Chain Link Fence Haters, Do You Still Hate?

IMG_7829, originally uploaded by Prince of Petworth.

If you plant a nice flowering bush next to the chain link fence it’s not so bad. But wait a second, then why do you need the fence? Does it provide support?

12 Comment

  • POP, be sure to check out the house a few blocks down at 4th and Varnum in about a month.

    Their yard is amazing

  • I think it prevents anyone from cutting through.

  • I don’t hate the chain link if it’s maintained. It’s a symbol of working class neighborhoods all across this country and I am proud of what it represents- my chevy factory working grandfather has had one forever. It’s not garish, it’s functional. I think wrought iron is historically accurate for this neighborhood but it is very expensive.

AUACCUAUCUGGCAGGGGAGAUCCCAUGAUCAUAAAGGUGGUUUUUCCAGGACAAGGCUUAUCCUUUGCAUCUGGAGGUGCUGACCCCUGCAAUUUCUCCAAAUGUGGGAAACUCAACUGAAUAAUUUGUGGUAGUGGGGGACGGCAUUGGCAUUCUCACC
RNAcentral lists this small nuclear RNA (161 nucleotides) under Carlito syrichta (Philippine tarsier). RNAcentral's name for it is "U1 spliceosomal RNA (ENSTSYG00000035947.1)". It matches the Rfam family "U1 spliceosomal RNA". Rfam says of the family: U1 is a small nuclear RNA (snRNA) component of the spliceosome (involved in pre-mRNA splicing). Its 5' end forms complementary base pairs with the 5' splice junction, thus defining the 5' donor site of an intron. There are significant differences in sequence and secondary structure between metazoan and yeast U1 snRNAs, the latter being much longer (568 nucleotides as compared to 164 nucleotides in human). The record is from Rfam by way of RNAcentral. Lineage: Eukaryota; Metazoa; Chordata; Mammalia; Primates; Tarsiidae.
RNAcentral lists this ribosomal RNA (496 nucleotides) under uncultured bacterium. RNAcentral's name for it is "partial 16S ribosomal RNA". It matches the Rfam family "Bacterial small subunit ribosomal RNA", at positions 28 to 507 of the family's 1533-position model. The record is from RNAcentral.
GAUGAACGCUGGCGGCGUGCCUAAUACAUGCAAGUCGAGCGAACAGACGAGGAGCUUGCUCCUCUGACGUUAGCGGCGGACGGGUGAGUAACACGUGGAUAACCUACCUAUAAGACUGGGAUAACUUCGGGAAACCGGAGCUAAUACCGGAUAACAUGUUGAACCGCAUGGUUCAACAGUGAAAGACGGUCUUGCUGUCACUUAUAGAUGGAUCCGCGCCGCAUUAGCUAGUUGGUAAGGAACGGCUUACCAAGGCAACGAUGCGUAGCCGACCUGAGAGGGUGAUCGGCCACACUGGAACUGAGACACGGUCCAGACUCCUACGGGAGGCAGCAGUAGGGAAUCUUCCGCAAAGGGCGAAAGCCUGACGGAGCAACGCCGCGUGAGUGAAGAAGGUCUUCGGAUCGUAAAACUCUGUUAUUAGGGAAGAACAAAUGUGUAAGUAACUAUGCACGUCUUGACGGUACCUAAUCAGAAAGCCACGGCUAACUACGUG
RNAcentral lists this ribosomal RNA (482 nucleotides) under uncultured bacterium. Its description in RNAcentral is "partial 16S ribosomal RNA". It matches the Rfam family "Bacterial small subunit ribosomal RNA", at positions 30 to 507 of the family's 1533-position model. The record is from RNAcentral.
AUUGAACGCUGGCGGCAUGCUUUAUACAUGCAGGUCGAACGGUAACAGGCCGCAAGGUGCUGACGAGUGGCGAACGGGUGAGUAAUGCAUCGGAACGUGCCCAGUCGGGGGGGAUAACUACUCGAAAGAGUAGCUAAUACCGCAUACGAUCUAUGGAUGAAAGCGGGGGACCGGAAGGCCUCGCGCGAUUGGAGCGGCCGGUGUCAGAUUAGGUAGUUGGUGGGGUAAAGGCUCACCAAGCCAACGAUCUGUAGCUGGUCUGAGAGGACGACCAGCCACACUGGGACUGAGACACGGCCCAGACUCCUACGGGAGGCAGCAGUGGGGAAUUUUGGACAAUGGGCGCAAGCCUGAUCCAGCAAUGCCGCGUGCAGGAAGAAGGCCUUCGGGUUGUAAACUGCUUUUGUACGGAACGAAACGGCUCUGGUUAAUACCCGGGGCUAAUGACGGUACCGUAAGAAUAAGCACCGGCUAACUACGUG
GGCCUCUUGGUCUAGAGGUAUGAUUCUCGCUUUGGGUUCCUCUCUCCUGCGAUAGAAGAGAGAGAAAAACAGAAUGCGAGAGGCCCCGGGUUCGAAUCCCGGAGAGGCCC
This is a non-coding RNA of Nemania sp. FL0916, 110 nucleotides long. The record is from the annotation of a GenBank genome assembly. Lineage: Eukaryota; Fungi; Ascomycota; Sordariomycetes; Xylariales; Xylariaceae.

• My dad has a honeysuckle plant winding all around our chain link fence. I don’t know about the flowering bush, but our honeysuckle needed the fence for support (and thrived beautifully with the fence’s assistance)

  • Since it’s shrubs and not a vine, I don’t think the fence is needed for support. My guess is that the fence predates the shrubs, so it took them some time to fill out and eliminate the perceived need for a fence. Now I’m guessing it would be pretty tough to remove the fence without disturbing the plants.

  • hmm, I walked by that house the other day and wondered the same thing. People must have been in love with chain link fences back the the day, but now it’s time to go…
    The hedge is photinia (or “red tips” for very obvious reasons)…no flowers but the new leaves are bright red and will turn green when they mature.

  • It keeps those doggies from dropping in on the yard.

  • …or kept the kids from running into the street.

  • And maybe keeps their doggies from hopping out of the yard?

  • chain link is an abomination.

  • That is a handsome shrub. Does anyone know what it is? I’m in need of some nice foundation plantings.

  • Sorry, just now see that someone already named the shrub.

Comments are closed.